3. Romanticism turns the ruin into a symbol of all artistic creation; the literary or painted fragment is more highly prized than the finished or unified work. An aphorism by Friedrich Schlegel states: “Many works of the ancients have become fragments. Many works of the moderns are fragments at the time of their origin.” Everything tends towards the status of a torso: the incomplete or mutilated hunk of sculpted stone. The Romantic impulse is to valorize the very decay of the classical artifact. In 1779, the painter Henry Fuseli depicted The Artist Overwhelmed by the Grandeur of Antique Ruins: head in hands, he despairs at ever matching the splendor of the statues whose remnants are scattered around him in the form of a massive marble hand and a gargantuan foot. Even finished works are reimagined as mere fragments. For John Keats, the figures on a Grecian urn are frozen in time; they are both immortal and unfulfilled, “For ever panting and for ever young; / All breathing human passion far above.”
For Gotthold Ephraim Lessing, in his Laocoön, the classical sculpture represents not a narrative, nor even the frozen climax of a story, but a randomly chosen instant, a single moment that comes to stand for all that is missing. “The more we see,” writes Lessing, “the more we must be able to imagine. And the more we add in our imagination, the more we must think we see ... to present the utmost to the eye is to bind the wings of fancy and compel it, since it cannot soar above the impression made on the senses, to concern itself with weaker images, shunning the visible fullness already represented as a limit beyond which it cannot go.” This is the insight behind a poem like Coleridge's Kubla Khan: the finished work is a short fragment of the text the poet claims originally to have imagined, before his opium-induced reverie was interrupted and he forgot two hundred lines.
The Romantic fragment differs from the earlier literary forms of the maxim, aphorism, and motto in this regard: it refuses to resolve itself into a discrete thought, polished witticism, or paradox among a collection of similar jeux d'esprit. The Pensées of Pascal are the tiles of a mosaic; the fragments of Romanticism—and later of Nietzsche, E. M. Cioran, Walter Benjamin—are like the same tesserae scattered as if by some cataclysmic eruption or invasion.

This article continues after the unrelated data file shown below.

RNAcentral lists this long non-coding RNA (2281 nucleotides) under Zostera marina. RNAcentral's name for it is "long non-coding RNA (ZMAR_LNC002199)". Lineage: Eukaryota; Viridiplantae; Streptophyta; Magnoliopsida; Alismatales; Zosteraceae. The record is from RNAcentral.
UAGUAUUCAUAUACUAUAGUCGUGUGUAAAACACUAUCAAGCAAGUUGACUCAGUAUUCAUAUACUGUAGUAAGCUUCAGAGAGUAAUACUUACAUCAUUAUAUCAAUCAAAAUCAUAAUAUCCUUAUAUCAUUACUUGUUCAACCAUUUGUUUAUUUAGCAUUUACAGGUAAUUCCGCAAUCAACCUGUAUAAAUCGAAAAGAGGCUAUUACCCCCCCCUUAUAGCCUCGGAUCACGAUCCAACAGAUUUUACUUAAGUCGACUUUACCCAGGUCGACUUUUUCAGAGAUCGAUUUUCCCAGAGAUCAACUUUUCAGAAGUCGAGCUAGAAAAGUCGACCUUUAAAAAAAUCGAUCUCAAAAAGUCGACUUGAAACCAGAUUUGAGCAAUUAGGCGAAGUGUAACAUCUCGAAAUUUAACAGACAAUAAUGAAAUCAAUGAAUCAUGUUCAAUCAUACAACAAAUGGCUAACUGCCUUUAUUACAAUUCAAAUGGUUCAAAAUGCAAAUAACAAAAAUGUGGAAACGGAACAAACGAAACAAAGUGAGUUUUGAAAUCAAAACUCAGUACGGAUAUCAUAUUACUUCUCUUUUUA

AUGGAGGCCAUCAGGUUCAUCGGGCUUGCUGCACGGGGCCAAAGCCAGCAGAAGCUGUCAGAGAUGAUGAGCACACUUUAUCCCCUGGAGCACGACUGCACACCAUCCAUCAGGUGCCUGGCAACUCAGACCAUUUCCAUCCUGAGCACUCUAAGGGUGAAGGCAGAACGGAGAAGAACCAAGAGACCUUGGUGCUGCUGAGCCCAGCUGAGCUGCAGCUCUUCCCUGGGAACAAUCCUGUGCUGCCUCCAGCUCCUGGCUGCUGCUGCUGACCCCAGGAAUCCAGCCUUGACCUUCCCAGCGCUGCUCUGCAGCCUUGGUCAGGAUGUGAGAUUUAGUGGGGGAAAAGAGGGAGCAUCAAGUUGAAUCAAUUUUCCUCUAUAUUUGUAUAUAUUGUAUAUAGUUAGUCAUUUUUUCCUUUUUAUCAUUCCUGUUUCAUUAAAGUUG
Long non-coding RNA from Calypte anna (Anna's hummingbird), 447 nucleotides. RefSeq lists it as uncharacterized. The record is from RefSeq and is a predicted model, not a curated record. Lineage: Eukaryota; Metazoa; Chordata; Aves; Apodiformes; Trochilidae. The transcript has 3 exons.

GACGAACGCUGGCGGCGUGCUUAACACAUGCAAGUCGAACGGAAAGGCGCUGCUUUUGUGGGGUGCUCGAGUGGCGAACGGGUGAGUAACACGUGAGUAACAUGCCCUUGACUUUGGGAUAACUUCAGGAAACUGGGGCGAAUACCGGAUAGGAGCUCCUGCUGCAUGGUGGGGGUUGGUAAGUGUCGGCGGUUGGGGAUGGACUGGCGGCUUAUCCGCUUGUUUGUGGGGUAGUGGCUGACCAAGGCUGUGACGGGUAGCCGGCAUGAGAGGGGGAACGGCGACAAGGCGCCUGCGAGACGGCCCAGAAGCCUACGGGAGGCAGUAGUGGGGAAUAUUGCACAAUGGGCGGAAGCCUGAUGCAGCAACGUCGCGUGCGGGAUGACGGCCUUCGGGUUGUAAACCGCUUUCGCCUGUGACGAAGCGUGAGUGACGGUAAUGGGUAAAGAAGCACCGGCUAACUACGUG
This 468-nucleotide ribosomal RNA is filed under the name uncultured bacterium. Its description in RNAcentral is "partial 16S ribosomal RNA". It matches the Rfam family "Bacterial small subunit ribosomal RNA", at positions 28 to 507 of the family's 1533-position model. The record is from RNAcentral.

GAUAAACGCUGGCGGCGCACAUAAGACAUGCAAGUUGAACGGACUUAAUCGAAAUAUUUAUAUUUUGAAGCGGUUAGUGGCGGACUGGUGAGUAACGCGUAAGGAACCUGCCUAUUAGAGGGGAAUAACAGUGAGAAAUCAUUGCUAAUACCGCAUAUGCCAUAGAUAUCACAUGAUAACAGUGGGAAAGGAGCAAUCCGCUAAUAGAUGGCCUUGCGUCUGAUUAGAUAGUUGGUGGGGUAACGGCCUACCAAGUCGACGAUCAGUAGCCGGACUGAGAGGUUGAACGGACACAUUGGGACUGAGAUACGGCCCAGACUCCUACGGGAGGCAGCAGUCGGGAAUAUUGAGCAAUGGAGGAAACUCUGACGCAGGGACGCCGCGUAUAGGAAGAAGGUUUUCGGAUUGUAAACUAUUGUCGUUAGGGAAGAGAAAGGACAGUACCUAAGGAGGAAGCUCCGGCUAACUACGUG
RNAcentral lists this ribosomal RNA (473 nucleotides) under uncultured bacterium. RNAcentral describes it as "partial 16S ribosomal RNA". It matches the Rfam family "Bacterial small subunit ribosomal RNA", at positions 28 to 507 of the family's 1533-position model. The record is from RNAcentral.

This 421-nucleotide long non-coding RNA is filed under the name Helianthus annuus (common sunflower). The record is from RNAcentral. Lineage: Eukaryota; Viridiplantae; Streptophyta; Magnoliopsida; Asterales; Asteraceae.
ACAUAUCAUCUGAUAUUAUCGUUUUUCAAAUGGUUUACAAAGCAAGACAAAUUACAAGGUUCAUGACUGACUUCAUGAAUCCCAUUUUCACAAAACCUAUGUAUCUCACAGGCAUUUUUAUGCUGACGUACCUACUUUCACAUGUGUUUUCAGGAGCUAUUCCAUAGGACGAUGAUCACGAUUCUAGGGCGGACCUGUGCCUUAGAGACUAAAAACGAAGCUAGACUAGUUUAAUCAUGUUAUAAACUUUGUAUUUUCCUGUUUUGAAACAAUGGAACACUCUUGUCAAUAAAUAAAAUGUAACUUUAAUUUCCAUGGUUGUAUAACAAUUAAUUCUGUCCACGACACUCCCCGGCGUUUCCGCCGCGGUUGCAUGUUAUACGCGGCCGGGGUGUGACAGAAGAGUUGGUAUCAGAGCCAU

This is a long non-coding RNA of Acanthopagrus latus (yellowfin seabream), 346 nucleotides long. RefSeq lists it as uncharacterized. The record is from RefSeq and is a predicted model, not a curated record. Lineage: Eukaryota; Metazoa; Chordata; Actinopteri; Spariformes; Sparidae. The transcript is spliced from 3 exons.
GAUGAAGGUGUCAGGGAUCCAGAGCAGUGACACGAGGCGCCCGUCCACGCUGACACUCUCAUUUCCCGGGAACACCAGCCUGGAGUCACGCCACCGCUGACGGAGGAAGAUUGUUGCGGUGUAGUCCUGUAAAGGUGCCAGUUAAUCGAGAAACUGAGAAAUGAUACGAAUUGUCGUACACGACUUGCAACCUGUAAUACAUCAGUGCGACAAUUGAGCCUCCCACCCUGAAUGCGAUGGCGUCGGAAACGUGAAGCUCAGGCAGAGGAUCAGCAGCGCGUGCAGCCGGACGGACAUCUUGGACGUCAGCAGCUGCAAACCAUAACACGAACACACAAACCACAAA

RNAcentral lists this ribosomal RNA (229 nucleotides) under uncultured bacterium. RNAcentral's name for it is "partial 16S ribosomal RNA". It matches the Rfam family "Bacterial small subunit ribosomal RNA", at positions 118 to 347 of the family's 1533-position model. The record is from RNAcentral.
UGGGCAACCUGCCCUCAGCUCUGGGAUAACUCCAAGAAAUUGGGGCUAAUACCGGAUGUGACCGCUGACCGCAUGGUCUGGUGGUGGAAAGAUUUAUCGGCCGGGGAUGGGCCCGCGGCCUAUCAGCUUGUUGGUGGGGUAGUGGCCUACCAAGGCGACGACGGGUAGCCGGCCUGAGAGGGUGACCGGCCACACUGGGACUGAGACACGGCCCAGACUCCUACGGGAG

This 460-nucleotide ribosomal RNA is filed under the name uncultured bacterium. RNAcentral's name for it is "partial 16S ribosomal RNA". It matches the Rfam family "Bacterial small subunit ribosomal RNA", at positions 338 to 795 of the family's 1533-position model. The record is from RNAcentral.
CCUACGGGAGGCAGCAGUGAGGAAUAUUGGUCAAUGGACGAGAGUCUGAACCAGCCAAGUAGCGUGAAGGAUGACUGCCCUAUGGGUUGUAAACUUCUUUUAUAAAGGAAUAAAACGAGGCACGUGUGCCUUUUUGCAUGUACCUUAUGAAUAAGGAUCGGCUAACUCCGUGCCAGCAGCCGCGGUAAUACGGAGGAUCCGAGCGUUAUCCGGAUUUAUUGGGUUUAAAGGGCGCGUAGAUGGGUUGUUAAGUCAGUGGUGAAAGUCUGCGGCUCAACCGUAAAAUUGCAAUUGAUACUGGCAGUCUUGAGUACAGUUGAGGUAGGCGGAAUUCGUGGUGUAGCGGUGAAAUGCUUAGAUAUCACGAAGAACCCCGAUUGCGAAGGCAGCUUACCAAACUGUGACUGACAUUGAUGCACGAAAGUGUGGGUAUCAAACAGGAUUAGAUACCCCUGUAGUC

4. The ruin is made meaningful by the interposition, between object and viewer, of a frail human figure. In the art of the Renaissance, ruins appear first of all as a fractured ground or hinterland upon which to present the sacred or suffering body. In several cases, the Savior or saint in question (St. Jerome, for example, in a wilderness of toppled marble) is shown surrounded by the remains of a vanquished pagan world (which is also a reminder of the viewer's own inevitable end). Less often, the Virgin is framed by a crumbling arch or tottering pillars. In Mantegna's St. Sebastian (1480), a vast landscape of ruin opens out behind the perforated body of the martyr; in the foreground, where a pair of archers are about to vacate the scene, a single stone foot (all that remains of an adjacent statue) rhymes with the saint's.
The history of ruins in art records the gradual diminution of the human figure until it is merely a tiny marker of the enormity of the destruction that has been wrought in the scene. In the seventeenth century, the figures shrink to take part in incidental anecdotes in the foreground, or at the edge, of the central drama of decay. Later, in the paintings of Hubert Robert, human beings clamber like infants among the ruins of ancient Rome, or form a thin frill of activity atop the Bastille, as they begin to raze it to the ground.